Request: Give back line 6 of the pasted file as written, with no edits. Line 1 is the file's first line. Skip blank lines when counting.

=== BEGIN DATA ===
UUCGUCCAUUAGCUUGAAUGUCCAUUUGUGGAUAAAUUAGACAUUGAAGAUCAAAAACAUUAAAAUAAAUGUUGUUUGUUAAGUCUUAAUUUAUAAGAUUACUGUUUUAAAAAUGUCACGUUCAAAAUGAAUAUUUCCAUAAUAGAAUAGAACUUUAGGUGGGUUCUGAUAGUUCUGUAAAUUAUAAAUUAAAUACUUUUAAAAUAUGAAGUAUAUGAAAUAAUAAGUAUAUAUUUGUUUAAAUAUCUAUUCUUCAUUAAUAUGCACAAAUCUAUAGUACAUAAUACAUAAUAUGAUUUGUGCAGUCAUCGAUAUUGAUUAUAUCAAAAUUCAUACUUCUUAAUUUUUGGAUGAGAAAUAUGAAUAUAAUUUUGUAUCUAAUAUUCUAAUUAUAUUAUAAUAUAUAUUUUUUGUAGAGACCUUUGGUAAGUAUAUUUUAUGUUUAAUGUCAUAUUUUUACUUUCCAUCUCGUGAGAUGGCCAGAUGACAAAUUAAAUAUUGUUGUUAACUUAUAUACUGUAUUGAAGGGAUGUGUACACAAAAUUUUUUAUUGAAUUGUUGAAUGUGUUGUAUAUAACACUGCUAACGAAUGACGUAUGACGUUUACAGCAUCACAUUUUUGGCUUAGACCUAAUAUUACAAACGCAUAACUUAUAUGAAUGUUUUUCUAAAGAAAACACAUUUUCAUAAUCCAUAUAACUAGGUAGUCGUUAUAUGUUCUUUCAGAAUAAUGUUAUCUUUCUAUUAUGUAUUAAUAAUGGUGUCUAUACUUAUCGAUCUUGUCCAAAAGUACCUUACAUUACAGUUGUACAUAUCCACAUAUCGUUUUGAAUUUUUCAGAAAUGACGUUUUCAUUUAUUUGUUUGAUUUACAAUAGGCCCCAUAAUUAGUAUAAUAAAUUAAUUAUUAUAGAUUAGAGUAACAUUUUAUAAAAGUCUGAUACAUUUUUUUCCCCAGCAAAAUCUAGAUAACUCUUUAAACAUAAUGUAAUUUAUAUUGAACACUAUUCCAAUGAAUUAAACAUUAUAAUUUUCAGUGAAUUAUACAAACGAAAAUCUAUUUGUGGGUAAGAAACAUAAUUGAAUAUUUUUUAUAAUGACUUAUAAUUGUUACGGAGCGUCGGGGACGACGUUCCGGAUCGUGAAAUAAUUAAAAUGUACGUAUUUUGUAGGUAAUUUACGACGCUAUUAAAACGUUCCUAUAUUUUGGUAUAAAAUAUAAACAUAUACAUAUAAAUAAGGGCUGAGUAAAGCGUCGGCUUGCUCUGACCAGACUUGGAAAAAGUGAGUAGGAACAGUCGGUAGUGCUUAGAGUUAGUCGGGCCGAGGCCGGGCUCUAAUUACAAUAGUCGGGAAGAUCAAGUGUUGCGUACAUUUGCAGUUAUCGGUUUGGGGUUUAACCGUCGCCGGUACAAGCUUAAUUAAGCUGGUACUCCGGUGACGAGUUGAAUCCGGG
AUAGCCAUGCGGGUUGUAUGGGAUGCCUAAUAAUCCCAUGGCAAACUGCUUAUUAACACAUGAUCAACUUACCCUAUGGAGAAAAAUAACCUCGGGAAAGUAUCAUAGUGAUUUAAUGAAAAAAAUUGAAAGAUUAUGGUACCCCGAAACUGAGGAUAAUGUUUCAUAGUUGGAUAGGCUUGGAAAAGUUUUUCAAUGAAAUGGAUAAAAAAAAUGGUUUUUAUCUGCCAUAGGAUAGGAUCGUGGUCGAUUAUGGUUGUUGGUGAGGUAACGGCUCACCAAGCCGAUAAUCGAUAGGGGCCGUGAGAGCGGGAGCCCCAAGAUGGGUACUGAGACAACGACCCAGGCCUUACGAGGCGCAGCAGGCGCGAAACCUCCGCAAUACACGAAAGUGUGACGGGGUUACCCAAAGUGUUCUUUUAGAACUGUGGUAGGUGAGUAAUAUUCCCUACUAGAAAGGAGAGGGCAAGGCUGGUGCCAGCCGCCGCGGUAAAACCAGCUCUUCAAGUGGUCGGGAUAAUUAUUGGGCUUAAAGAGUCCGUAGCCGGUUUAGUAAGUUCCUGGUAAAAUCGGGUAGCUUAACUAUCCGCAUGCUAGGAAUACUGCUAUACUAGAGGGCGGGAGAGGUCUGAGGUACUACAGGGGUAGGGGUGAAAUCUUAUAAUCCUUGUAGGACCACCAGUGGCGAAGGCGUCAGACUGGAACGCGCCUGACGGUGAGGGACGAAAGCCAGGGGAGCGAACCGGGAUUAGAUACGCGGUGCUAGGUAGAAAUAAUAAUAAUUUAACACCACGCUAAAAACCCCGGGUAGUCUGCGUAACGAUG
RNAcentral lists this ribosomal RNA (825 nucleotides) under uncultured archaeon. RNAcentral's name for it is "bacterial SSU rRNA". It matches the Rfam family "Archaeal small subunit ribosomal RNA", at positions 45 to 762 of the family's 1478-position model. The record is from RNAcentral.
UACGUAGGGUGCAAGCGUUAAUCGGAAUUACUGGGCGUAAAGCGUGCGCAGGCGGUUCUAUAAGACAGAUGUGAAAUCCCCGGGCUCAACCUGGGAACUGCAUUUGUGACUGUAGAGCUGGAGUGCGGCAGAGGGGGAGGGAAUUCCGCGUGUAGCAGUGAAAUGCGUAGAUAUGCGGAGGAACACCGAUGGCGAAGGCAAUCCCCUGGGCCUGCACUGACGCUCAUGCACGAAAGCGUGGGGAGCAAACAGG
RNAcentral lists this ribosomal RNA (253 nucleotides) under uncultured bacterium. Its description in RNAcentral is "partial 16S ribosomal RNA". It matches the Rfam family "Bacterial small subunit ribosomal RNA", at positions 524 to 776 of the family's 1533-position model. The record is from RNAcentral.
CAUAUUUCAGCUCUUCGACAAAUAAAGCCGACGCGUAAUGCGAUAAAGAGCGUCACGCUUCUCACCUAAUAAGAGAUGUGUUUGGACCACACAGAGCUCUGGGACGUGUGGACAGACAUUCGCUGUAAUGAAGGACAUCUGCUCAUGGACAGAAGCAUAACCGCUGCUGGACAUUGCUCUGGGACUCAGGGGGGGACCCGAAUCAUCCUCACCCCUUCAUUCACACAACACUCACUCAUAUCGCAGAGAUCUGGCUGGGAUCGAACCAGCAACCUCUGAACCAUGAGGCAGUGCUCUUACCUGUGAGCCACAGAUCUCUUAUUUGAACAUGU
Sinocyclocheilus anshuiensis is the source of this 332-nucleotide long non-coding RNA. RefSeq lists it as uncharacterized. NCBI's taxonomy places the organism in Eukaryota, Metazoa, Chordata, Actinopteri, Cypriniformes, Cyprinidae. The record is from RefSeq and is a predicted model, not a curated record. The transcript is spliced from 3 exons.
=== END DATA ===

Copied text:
CAUAUUUCAGCUCUUCGACAAAUAAAGCCGACGCGUAAUGCGAUAAAGAGCGUCACGCUUCUCACCUAAUAAGAGAUGUGUUUGGACCACACAGAGCUCUGGGACGUGUGGACAGACAUUCGCUGUAAUGAAGGACAUCUGCUCAUGGACAGAAGCAUAACCGCUGCUGGACAUUGCUCUGGGACUCAGGGGGGGACCCGAAUCAUCCUCACCCCUUCAUUCACACAACACUCACUCAUAUCGCAGAGAUCUGGCUGGGAUCGAACCAGCAACCUCUGAACCAUGAGGCAGUGCUCUUACCUGUGAGCCACAGAUCUCUUAUUUGAACAUGU